Any child knows that a picture communicates differently than text. It’s not just quicker, it shares more detail more effectively. In seconds, our brain grasps a wide selection of data from the picture’s color, layout, design and draws conclusions. To do that with text requires lots of words, re-reading, extreme concentration, and scratching the head.
It’s no surprise research indicates the majority of students learn better if they see information. This includes graphic organizers, diagrams, mind maps, outlines–even pictures and art work.
Here are five image apps. One (or more) of these will be perfect for your classroom:
1.8 million users have created over 15 million designs using Canva’s one million+ design templates (including font schemes, stock photographs, backgrounds, and illustrations–some free/some fee) to create cards, fliers, posters, newsletters, infographics, and more. Drag and drop project parts to personalize the design (see my Canva-created poster below). Edit photos using preset filters or advanced photo editing tools like brightness, contrast, saturation, tint, and blur. Save as a high-quality image or a printable PDF. Canva provides lots of graphic design video tutorials for even the most basic skill level. These are great for mature elementary age, Middle School, and High School students, as well as teachers.
Canva for education features 17+ lesson plans from some of the leaders in tech-in-ed. You can even sign in through Google Apps for Education. Canva not only works on iPads, but desktops and laptops.
Chatterpix is an intuitive, fun mashup of audio and visual communication. It’s easy for youngers and appealing to all ages. Simply take any photo, draw a line to make a mouth, and record your voice. This can be a butterfly talking about its life cycle, a colonist discussing life in the New World, or a chimpanzee bemoaning the demise of his homeland. Students can even use a picture of themselves with their own voice.
Chatterpix requires no log-in. Students have 30 seconds to record their message, which encourages them to concentrate on the important elements they wish to communicate.
Use photos, stickers, frames, videos, funky fonts, and cutouts to create personalized greetings. Pictures can be imported from your photo library, Instagram, Facebook or the web. A wide variety of templates are available for cards, projects, and photo collections. Using the frame layout option, students can create a collage of photos for sequencing activities or digital portfolios. For youngers, PicCollage has a setting to disable social media, website images, and ads.
The only downside with this app is it’s not available on desktops and laptops. For those digital devices, students will need a different tool.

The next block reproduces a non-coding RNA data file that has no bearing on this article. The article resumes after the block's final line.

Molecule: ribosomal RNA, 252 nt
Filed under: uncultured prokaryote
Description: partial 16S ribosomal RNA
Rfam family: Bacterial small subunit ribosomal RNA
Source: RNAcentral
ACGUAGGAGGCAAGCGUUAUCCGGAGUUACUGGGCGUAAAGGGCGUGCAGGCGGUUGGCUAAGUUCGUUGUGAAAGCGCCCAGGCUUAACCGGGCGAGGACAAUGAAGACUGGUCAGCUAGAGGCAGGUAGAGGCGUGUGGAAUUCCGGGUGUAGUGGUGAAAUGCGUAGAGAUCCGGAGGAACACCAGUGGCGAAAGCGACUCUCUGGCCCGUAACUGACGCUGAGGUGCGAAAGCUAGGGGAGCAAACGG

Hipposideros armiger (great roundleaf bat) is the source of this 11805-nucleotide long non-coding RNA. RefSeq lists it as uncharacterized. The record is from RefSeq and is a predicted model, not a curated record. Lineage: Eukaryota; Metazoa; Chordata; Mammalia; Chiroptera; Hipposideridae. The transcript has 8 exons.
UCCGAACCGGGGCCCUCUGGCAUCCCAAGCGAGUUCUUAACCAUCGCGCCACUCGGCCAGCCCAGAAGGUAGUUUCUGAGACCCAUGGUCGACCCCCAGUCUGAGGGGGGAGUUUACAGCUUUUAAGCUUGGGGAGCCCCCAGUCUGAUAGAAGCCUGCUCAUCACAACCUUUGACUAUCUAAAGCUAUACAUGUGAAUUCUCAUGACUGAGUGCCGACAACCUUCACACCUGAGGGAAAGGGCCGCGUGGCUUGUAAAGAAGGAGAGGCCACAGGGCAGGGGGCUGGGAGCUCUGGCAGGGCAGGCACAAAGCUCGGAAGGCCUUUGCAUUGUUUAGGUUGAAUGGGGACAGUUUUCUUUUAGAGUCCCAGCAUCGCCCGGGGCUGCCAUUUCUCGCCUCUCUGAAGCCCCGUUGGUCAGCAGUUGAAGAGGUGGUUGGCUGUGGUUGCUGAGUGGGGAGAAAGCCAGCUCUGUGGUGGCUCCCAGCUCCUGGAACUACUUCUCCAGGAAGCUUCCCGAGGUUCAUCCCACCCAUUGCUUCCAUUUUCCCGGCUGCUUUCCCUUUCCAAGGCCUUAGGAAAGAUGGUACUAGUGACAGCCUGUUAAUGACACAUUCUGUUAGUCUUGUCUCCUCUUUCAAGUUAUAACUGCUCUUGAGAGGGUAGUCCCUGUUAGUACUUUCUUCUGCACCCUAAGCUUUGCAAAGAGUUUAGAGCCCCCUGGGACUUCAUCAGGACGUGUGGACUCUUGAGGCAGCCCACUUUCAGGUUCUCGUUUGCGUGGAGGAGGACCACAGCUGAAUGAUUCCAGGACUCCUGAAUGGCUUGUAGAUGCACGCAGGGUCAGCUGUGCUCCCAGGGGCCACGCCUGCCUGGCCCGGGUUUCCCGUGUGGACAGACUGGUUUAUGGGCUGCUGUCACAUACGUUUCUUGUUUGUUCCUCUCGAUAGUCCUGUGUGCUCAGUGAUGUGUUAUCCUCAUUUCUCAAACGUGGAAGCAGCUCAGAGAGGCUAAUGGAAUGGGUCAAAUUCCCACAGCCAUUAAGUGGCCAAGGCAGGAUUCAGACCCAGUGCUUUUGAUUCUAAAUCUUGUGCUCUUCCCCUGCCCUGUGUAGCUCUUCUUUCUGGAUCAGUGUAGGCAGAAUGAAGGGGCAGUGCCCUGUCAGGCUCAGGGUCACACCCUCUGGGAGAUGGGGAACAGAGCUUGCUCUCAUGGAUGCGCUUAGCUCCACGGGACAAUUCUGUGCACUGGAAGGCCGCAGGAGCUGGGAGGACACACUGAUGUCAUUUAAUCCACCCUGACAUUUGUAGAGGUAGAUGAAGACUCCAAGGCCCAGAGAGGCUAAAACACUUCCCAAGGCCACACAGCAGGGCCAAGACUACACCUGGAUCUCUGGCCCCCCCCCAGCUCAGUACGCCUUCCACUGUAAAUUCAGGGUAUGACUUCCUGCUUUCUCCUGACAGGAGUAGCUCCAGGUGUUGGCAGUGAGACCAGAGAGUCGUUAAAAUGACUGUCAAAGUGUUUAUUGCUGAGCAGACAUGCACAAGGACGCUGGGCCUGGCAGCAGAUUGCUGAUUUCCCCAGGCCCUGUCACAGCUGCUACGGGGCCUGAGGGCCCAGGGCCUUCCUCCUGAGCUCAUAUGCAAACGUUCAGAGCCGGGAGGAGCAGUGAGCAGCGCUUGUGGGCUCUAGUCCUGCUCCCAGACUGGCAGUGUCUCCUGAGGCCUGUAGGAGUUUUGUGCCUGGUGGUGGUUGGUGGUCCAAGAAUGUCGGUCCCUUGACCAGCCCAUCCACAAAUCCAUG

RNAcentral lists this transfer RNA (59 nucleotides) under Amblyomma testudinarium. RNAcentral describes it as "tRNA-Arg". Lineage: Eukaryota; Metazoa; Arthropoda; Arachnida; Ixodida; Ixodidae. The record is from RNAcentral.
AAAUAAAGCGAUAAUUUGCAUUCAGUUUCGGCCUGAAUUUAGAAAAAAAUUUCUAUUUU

Free Skitch (part of the Evernote family) is an easy-to-use image annotator that loads quickly, works well with other student digital tools (like Google Drive), and can also be used as a whiteboard. Take a photo or upload an image from a variety of collections (web searches can be turned off in the School Mode). Next, mark it up with simple tools like shapes, arrows, sketches and text annotation. When you’re done, email it, upload it to Google Drive, save it to an Evernote school account, save it the clipboard or camera roll, or a wide variety of other save/share options. Images don’t have to be pictures: You can mark up an internet site or even start with a blank whiteboard. Popular uses of Skitch include sharing a diagram (say, of the human body) for students to fill in, sending a map to parents with event directions, or annotating a website with use instructions.
Add images from your photo library or snap new ones with your camera. Arrange them however you would like. Record a voice-over narrating images as you swipe through them. The finished project is a video file you can share with friends. and classmates. This is a great differentiation tool for students who don’t communicate well with writing, but know the material.
Teachers can use this as a formative or summative assessment by sharing a group of pictures and having students add voice-overs explaining what they see. For older students, it might include characters or scenes in a novel.
Whichever image editor you use, use one. Images are catnip to students–almost irresistible and why not? Drawing and art have their roots tens of thousands of years ago. Nothing’s changed. Mankind still loves talking with pictures.
Jacqui Murray has been teaching K-18 technology for 30 years. She is the editor/author of over a hundred tech ed resources including a K-12 technology curriculum, K-8 keyboard curriculum, K-8 Digital Citizenship curriculum. She is an adjunct professor in tech ed, Master Teacher, webmaster for four blogs, an Amazon Vine Voice, CSTA presentation reviewer, freelance journalist on tech ed topics, contributor to NEA Today, and author of the tech thrillers, To Hunt a Sub and Twenty-four Days. You can find her resources at Structured Learning.